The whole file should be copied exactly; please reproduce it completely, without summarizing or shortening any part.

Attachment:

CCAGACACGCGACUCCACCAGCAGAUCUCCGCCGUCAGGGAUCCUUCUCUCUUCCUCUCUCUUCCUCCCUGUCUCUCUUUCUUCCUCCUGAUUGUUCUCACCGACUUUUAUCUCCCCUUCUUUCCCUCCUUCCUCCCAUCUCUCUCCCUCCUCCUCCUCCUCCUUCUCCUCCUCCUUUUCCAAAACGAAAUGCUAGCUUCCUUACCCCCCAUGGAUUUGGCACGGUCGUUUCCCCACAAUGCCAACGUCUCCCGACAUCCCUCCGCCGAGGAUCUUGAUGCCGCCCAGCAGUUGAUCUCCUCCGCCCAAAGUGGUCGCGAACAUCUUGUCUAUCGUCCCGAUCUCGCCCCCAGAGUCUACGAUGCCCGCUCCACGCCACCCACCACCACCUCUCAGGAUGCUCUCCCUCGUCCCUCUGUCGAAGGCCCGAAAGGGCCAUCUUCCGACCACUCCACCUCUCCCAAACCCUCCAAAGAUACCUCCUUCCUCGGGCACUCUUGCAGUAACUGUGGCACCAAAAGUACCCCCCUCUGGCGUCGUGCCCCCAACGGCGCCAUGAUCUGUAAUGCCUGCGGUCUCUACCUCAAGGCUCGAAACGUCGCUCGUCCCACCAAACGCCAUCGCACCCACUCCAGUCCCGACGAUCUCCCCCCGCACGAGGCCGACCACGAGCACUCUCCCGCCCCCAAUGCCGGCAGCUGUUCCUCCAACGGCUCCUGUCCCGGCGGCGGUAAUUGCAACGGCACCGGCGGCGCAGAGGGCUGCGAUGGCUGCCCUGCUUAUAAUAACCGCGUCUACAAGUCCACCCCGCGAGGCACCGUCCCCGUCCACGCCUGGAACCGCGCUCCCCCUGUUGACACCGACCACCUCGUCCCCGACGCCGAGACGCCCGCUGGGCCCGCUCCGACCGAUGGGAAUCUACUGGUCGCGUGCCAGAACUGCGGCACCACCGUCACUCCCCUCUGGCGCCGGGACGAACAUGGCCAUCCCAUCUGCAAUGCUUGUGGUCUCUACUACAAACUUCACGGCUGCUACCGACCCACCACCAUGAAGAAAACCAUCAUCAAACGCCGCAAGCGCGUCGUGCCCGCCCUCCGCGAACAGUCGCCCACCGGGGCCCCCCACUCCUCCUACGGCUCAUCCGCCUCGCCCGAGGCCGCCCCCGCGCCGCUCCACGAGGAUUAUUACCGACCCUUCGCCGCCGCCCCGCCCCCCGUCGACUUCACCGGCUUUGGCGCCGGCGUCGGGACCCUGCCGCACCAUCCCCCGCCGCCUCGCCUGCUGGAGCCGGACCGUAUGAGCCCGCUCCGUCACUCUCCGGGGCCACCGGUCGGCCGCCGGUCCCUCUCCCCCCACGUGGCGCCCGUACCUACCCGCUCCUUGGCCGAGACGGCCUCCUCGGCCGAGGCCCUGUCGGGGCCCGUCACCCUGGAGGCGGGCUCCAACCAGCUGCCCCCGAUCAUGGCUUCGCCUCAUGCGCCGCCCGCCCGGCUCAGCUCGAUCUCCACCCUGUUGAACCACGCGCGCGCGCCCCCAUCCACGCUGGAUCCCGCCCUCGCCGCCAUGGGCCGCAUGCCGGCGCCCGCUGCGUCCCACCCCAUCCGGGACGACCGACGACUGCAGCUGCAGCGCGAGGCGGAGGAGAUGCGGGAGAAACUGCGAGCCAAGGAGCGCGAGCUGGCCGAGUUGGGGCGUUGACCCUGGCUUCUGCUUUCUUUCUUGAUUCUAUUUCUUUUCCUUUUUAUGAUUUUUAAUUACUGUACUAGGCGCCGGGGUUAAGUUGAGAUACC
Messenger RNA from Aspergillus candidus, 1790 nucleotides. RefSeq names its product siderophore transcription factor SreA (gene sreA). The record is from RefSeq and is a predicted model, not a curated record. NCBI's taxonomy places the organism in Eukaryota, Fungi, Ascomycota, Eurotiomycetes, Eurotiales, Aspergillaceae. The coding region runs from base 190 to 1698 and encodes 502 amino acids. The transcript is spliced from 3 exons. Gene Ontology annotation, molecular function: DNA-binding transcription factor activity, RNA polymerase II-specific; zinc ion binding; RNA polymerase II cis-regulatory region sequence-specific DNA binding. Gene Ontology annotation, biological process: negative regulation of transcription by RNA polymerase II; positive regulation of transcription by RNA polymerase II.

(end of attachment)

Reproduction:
CCAGACACGCGACUCCACCAGCAGAUCUCCGCCGUCAGGGAUCCUUCUCUCUUCCUCUCUCUUCCUCCCUGUCUCUCUUUCUUCCUCCUGAUUGUUCUCACCGACUUUUAUCUCCCCUUCUUUCCCUCCUUCCUCCCAUCUCUCUCCCUCCUCCUCCUCCUCCUUCUCCUCCUCCUUUUCCAAAACGAAAUGCUAGCUUCCUUACCCCCCAUGGAUUUGGCACGGUCGUUUCCCCACAAUGCCAACGUCUCCCGACAUCCCUCCGCCGAGGAUCUUGAUGCCGCCCAGCAGUUGAUCUCCUCCGCCCAAAGUGGUCGCGAACAUCUUGUCUAUCGUCCCGAUCUCGCCCCCAGAGUCUACGAUGCCCGCUCCACGCCACCCACCACCACCUCUCAGGAUGCUCUCCCUCGUCCCUCUGUCGAAGGCCCGAAAGGGCCAUCUUCCGACCACUCCACCUCUCCCAAACCCUCCAAAGAUACCUCCUUCCUCGGGCACUCUUGCAGUAACUGUGGCACCAAAAGUACCCCCCUCUGGCGUCGUGCCCCCAACGGCGCCAUGAUCUGUAAUGCCUGCGGUCUCUACCUCAAGGCUCGAAACGUCGCUCGUCCCACCAAACGCCAUCGCACCCACUCCAGUCCCGACGAUCUCCCCCCGCACGAGGCCGACCACGAGCACUCUCCCGCCCCCAAUGCCGGCAGCUGUUCCUCCAACGGCUCCUGUCCCGGCGGCGGUAAUUGCAACGGCACCGGCGGCGCAGAGGGCUGCGAUGGCUGCCCUGCUUAUAAUAACCGCGUCUACAAGUCCACCCCGCGAGGCACCGUCCCCGUCCACGCCUGGAACCGCGCUCCCCCUGUUGACACCGACCACCUCGUCCCCGACGCCGAGACGCCCGCUGGGCCCGCUCCGACCGAUGGGAAUCUACUGGUCGCGUGCCAGAACUGCGGCACCACCGUCACUCCCCUCUGGCGCCGGGACGAACAUGGCCAUCCCAUCUGCAAUGCUUGUGGUCUCUACUACAAACUUCACGGCUGCUACCGACCCACCACCAUGAAGAAAACCAUCAUCAAACGCCGCAAGCGCGUCGUGCCCGCCCUCCGCGAACAGUCGCCCACCGGGGCCCCCCACUCCUCCUACGGCUCAUCCGCCUCGCCCGAGGCCGCCCCCGCGCCGCUCCACGAGGAUUAUUACCGACCCUUCGCCGCCGCCCCGCCCCCCGUCGACUUCACCGGCUUUGGCGCCGGCGUCGGGACCCUGCCGCACCAUCCCCCGCCGCCUCGCCUGCUGGAGCCGGACCGUAUGAGCCCGCUCCGUCACUCUCCGGGGCCACCGGUCGGCCGCCGGUCCCUCUCCCCCCACGUGGCGCCCGUACCUACCCGCUCCUUGGCCGAGACGGCCUCCUCGGCCGAGGCCCUGUCGGGGCCCGUCACCCUGGAGGCGGGCUCCAACCAGCUGCCCCCGAUCAUGGCUUCGCCUCAUGCGCCGCCCGCCCGGCUCAGCUCGAUCUCCACCCUGUUGAACCACGCGCGCGCGCCCCCAUCCACGCUGGAUCCCGCCCUCGCCGCCAUGGGCCGCAUGCCGGCGCCCGCUGCGUCCCACCCCAUCCGGGACGACCGACGACUGCAGCUGCAGCGCGAGGCGGAGGAGAUGCGGGAGAAACUGCGAGCCAAGGAGCGCGAGCUGGCCGAGUUGGGGCGUUGACCCUGGCUUCUGCUUUCUUUCUUGAUUCUAUUUCUUUUCCUUUUUAUGAUUUUUAAUUACUGUACUAGGCGCCGGGGUUAAGUUGAGAUACC
Messenger RNA from Aspergillus candidus, 1790 nucleotides. RefSeq names its product siderophore transcription factor SreA (gene sreA). The record is from RefSeq and is a predicted model, not a curated record. NCBI's taxonomy places the organism in Eukaryota, Fungi, Ascomycota, Eurotiomycetes, Eurotiales, Aspergillaceae. The coding region runs from base 190 to 1698 and encodes 502 amino acids. The transcript is spliced from 3 exons. Gene Ontology annotation, molecular function: DNA-binding transcription factor activity, RNA polymerase II-specific; zinc ion binding; RNA polymerase II cis-regulatory region sequence-specific DNA binding. Gene Ontology annotation, biological process: negative regulation of transcription by RNA polymerase II; positive regulation of transcription by RNA polymerase II.